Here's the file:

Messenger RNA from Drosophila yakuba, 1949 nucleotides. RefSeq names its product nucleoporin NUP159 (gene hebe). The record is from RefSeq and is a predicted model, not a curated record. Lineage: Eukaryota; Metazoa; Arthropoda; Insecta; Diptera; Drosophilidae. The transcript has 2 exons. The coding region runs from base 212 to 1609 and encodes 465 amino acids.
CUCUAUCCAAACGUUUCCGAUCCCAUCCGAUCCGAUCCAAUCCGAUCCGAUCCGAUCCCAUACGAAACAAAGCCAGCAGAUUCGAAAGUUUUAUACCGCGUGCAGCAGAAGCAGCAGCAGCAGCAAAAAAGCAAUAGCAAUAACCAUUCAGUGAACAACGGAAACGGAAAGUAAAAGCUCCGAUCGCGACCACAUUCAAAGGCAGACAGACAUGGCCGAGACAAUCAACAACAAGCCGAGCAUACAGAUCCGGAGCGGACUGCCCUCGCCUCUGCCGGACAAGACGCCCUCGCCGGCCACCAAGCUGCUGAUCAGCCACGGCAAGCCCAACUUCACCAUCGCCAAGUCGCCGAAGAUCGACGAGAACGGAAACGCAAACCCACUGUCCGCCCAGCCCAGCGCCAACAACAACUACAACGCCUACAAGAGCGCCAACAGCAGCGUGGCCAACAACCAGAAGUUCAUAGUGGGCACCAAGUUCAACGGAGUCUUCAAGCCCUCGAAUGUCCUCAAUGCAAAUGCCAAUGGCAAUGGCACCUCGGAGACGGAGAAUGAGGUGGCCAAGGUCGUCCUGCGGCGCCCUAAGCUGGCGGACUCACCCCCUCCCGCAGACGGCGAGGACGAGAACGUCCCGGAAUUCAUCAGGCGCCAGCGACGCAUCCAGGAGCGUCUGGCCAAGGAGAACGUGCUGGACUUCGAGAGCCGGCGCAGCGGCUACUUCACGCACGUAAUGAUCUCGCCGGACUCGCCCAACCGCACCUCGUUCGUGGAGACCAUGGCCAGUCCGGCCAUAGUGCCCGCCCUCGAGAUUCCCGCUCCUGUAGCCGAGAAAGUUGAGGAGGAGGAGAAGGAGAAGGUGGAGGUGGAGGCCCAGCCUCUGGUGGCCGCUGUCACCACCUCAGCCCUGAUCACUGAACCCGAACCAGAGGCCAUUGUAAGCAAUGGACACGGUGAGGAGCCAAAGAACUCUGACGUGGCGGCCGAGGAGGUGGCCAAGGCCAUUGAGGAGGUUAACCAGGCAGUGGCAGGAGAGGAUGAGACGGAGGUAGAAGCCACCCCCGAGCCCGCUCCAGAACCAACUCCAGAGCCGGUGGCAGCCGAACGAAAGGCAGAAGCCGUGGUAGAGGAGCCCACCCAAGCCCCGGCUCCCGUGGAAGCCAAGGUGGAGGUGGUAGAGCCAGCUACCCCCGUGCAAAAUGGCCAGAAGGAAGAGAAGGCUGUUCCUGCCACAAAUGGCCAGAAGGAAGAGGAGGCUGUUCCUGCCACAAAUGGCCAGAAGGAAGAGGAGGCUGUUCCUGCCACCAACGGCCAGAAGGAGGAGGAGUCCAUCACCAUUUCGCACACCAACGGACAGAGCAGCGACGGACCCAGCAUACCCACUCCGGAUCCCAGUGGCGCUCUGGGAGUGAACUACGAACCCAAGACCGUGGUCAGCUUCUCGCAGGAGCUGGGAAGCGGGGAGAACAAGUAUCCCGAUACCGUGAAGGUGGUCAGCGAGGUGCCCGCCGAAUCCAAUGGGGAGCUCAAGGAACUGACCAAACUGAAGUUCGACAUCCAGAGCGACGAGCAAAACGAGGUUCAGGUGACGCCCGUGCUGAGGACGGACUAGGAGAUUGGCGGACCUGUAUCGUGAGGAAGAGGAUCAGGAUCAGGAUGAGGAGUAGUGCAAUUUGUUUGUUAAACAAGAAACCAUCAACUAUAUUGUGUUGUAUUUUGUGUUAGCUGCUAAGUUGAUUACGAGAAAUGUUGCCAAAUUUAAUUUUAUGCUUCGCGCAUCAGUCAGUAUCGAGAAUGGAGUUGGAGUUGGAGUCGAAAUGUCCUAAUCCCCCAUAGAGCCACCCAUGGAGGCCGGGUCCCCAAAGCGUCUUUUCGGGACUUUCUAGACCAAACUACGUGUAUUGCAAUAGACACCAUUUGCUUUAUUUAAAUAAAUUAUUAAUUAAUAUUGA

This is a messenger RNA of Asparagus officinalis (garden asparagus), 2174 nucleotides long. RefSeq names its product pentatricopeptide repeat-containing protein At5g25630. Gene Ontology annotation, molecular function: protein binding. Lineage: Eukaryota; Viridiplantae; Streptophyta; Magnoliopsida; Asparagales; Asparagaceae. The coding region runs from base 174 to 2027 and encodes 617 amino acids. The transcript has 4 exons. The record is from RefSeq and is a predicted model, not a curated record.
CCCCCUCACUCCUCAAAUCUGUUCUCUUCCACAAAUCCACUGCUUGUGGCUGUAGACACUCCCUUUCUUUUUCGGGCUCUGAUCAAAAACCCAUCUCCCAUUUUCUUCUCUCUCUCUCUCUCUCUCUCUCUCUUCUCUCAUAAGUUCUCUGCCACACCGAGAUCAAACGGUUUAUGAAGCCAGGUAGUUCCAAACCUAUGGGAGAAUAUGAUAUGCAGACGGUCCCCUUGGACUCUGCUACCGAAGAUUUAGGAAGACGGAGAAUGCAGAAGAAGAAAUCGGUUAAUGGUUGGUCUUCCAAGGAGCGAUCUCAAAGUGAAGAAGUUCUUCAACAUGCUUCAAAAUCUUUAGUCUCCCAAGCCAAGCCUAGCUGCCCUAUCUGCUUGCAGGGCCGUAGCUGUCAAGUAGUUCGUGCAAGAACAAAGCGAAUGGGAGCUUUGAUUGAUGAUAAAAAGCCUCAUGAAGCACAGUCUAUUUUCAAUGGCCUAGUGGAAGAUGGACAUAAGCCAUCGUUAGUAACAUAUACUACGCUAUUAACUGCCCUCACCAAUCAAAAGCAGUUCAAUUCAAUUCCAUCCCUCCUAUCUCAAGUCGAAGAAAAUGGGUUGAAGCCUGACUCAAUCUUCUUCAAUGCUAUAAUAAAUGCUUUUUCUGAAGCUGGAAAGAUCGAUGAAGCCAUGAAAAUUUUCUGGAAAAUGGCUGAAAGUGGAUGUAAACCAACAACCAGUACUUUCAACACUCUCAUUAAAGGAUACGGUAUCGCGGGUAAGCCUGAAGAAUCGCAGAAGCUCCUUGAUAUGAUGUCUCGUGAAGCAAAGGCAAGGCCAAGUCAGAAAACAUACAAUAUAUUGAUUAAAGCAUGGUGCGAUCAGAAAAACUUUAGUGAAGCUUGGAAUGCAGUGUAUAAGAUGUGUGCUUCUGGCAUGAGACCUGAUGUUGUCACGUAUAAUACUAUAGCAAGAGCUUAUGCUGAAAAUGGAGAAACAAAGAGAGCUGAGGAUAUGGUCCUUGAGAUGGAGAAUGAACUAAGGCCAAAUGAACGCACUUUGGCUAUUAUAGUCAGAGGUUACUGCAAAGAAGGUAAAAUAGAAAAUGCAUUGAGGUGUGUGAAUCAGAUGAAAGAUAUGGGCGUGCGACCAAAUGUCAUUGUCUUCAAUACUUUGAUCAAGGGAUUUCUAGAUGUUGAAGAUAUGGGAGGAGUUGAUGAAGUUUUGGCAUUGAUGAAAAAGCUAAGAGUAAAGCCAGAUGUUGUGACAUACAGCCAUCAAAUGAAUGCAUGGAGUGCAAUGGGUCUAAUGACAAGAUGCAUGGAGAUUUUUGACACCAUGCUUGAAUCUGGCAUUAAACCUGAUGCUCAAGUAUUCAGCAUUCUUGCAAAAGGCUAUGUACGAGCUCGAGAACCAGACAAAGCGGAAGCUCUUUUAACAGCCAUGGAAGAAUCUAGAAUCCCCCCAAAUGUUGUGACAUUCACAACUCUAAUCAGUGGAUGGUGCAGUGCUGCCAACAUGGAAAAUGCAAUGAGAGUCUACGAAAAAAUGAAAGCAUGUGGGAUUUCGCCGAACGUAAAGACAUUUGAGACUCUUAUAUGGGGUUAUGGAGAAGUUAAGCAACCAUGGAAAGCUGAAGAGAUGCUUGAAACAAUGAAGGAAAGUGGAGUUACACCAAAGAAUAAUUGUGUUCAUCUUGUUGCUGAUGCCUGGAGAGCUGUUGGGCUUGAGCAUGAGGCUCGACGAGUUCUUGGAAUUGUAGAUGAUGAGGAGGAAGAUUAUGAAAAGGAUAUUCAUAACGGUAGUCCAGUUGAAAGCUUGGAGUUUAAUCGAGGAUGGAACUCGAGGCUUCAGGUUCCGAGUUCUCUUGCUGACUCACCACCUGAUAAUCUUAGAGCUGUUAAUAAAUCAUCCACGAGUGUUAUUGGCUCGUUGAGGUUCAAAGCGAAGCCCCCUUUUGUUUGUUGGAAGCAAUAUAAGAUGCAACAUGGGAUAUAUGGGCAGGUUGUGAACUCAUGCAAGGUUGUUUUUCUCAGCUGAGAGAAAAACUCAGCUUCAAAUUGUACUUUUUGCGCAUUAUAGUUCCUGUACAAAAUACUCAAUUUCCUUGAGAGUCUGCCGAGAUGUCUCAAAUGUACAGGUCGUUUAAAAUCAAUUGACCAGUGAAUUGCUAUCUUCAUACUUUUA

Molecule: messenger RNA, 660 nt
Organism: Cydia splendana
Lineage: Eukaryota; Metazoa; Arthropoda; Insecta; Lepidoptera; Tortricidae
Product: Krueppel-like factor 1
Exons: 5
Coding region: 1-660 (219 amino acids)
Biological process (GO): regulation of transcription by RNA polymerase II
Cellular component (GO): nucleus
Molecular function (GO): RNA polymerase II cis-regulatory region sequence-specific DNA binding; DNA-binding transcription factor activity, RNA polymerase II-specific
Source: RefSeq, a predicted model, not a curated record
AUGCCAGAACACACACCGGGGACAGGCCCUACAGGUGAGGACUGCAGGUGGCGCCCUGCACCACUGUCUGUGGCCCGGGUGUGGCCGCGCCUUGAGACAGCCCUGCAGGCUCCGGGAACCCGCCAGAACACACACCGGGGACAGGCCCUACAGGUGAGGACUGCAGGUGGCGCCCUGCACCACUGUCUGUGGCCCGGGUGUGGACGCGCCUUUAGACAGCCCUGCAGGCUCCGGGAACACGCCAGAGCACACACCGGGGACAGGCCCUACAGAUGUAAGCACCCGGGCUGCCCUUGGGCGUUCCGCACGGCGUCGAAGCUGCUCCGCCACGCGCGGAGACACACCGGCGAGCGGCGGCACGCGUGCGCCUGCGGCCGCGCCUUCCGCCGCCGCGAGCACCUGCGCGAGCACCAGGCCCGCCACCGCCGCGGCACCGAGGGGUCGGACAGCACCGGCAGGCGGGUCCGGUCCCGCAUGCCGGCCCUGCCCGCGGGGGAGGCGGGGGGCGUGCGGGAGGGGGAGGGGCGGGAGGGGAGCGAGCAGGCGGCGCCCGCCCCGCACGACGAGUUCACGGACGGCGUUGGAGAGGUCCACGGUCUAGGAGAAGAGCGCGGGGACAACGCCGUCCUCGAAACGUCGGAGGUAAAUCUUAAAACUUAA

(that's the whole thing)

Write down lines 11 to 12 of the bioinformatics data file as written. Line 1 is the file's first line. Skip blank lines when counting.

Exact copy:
Biological process (GO): regulation of transcription by RNA polymerase II
Cellular component (GO): nucleus